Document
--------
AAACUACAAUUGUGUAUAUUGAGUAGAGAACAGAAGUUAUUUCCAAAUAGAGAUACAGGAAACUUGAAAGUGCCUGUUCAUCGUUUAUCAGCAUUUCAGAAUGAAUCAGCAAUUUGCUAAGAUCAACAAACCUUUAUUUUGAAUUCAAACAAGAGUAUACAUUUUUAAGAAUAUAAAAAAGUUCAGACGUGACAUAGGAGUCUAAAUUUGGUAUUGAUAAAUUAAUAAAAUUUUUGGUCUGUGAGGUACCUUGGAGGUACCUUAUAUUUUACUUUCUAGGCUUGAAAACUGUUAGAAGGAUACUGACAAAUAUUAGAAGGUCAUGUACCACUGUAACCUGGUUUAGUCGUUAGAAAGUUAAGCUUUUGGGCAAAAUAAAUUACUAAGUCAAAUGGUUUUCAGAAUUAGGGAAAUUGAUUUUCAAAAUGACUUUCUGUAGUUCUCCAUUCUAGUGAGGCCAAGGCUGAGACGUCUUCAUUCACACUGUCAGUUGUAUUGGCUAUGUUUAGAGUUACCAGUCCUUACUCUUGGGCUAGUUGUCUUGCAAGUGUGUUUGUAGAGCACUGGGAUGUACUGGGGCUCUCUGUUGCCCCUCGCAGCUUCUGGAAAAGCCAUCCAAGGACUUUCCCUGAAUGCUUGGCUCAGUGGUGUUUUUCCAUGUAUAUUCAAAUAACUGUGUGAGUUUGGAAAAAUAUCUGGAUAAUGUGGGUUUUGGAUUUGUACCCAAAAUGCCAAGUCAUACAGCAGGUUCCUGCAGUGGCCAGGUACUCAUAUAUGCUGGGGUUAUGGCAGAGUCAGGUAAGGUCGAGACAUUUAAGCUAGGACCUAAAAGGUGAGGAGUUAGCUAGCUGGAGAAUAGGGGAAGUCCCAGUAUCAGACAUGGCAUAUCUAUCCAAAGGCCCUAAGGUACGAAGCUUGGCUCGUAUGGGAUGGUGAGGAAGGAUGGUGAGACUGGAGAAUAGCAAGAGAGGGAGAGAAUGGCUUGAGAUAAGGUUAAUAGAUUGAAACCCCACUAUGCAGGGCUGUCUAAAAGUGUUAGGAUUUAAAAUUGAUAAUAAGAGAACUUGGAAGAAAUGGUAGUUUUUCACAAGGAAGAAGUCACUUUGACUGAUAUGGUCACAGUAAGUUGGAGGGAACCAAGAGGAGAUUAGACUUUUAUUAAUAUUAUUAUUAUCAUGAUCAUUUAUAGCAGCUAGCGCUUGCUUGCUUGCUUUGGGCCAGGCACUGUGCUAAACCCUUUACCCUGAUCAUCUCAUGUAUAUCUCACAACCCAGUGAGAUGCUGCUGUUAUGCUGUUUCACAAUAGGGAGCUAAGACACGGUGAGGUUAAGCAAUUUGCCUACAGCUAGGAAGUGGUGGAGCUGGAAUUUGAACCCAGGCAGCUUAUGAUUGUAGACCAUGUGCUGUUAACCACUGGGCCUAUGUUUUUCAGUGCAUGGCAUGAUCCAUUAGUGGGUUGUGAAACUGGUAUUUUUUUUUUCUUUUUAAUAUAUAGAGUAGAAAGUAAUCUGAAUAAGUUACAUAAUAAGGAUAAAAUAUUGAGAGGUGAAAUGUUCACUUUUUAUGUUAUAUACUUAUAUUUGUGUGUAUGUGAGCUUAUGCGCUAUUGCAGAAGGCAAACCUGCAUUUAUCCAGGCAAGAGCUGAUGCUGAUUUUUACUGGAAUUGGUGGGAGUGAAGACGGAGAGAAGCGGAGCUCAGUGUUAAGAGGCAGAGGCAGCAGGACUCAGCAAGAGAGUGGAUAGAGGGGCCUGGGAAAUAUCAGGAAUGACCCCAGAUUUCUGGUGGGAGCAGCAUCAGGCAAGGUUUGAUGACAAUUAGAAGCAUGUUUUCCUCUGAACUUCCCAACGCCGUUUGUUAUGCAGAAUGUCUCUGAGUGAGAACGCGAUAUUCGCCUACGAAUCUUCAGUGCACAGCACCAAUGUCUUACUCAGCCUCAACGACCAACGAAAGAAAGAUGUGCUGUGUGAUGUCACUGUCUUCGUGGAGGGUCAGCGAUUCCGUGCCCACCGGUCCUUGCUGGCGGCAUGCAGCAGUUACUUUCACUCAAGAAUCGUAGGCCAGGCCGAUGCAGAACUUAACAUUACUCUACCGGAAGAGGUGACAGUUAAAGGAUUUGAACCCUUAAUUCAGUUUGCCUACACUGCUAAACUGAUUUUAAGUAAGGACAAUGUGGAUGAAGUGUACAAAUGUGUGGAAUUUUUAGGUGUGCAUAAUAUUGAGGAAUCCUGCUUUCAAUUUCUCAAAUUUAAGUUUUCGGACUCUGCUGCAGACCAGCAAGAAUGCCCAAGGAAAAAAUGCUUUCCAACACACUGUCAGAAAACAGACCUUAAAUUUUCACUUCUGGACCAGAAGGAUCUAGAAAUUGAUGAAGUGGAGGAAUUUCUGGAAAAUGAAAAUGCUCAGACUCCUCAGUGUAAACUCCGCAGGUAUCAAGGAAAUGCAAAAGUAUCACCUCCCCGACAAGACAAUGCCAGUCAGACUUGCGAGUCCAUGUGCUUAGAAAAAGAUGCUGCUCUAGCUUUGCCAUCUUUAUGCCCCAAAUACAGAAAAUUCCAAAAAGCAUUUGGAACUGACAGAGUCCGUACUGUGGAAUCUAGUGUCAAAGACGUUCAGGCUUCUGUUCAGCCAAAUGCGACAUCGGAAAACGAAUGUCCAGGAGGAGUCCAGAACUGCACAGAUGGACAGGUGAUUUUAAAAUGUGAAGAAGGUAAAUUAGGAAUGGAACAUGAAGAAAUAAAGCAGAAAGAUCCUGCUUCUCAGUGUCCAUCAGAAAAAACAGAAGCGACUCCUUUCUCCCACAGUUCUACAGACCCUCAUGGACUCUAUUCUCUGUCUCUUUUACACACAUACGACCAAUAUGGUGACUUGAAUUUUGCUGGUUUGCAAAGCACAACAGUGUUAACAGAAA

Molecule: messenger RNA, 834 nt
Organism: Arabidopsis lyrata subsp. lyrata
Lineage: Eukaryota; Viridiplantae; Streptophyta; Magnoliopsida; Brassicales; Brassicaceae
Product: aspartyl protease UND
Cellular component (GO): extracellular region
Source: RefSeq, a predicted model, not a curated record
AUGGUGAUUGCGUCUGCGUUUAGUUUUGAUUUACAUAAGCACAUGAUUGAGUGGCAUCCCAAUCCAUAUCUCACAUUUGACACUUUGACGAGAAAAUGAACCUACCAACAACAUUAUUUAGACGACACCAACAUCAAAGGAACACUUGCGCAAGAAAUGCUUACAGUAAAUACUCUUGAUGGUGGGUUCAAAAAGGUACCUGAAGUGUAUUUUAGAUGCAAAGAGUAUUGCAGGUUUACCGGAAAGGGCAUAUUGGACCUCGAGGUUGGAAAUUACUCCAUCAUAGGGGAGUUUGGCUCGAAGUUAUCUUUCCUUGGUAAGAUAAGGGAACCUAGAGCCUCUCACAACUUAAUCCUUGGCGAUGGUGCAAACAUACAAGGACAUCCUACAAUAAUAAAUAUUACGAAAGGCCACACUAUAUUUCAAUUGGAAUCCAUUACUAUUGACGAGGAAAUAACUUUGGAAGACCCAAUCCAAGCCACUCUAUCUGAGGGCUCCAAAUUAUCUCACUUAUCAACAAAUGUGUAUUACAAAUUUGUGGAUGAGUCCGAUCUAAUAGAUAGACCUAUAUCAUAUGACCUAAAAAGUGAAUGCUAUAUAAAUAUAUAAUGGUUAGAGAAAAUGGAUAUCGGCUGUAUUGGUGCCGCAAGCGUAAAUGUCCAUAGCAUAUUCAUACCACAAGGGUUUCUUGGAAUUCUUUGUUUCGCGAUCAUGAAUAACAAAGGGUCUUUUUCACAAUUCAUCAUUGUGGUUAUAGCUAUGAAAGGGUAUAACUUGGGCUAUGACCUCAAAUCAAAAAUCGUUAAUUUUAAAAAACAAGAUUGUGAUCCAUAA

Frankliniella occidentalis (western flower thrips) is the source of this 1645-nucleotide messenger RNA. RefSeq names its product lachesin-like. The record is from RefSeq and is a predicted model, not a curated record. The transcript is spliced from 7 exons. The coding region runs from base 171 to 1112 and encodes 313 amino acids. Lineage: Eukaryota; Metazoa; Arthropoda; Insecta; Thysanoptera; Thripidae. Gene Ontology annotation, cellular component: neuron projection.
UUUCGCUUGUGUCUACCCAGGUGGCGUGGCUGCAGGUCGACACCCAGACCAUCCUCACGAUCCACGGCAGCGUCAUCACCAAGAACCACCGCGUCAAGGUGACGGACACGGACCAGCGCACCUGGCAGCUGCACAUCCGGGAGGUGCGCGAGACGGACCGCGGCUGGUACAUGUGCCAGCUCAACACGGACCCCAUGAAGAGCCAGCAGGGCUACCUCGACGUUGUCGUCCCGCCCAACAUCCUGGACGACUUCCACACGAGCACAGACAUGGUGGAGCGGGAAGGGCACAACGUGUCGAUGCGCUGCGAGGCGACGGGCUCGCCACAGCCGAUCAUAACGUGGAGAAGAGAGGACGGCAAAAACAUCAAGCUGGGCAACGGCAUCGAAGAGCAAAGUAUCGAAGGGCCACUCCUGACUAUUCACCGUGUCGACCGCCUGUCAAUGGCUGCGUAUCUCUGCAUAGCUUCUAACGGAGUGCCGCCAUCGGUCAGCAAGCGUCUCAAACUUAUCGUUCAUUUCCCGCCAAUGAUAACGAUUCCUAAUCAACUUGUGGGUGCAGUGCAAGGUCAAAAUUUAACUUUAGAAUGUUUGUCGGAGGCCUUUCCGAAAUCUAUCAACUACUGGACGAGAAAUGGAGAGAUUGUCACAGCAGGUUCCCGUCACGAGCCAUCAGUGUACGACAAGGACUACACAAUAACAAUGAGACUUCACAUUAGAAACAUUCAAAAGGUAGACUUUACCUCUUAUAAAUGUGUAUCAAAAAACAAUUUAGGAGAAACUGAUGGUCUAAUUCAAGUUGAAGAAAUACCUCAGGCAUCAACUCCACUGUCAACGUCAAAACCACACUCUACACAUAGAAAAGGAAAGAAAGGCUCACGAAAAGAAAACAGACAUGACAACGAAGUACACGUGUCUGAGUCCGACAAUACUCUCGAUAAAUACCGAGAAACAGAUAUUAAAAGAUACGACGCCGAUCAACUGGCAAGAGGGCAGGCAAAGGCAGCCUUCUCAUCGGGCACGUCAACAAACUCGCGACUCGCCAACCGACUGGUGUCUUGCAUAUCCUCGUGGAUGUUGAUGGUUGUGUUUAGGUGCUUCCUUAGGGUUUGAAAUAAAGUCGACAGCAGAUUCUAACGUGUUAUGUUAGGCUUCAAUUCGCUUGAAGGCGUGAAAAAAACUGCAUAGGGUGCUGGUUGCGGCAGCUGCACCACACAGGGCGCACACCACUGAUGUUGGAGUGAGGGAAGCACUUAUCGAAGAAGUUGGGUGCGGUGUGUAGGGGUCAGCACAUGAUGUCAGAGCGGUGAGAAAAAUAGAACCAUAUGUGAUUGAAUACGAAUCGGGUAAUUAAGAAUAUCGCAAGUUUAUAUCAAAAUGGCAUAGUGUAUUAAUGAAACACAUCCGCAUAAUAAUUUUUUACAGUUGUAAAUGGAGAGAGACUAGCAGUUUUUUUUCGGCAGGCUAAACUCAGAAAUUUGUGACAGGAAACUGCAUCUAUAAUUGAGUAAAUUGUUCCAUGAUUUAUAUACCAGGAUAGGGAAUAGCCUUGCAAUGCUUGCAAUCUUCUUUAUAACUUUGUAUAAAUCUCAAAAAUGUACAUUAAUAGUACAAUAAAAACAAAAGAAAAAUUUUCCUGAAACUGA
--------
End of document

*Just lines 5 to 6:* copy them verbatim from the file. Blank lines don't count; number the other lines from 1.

Product: aspartyl protease UND
Cellular component (GO): extracellular region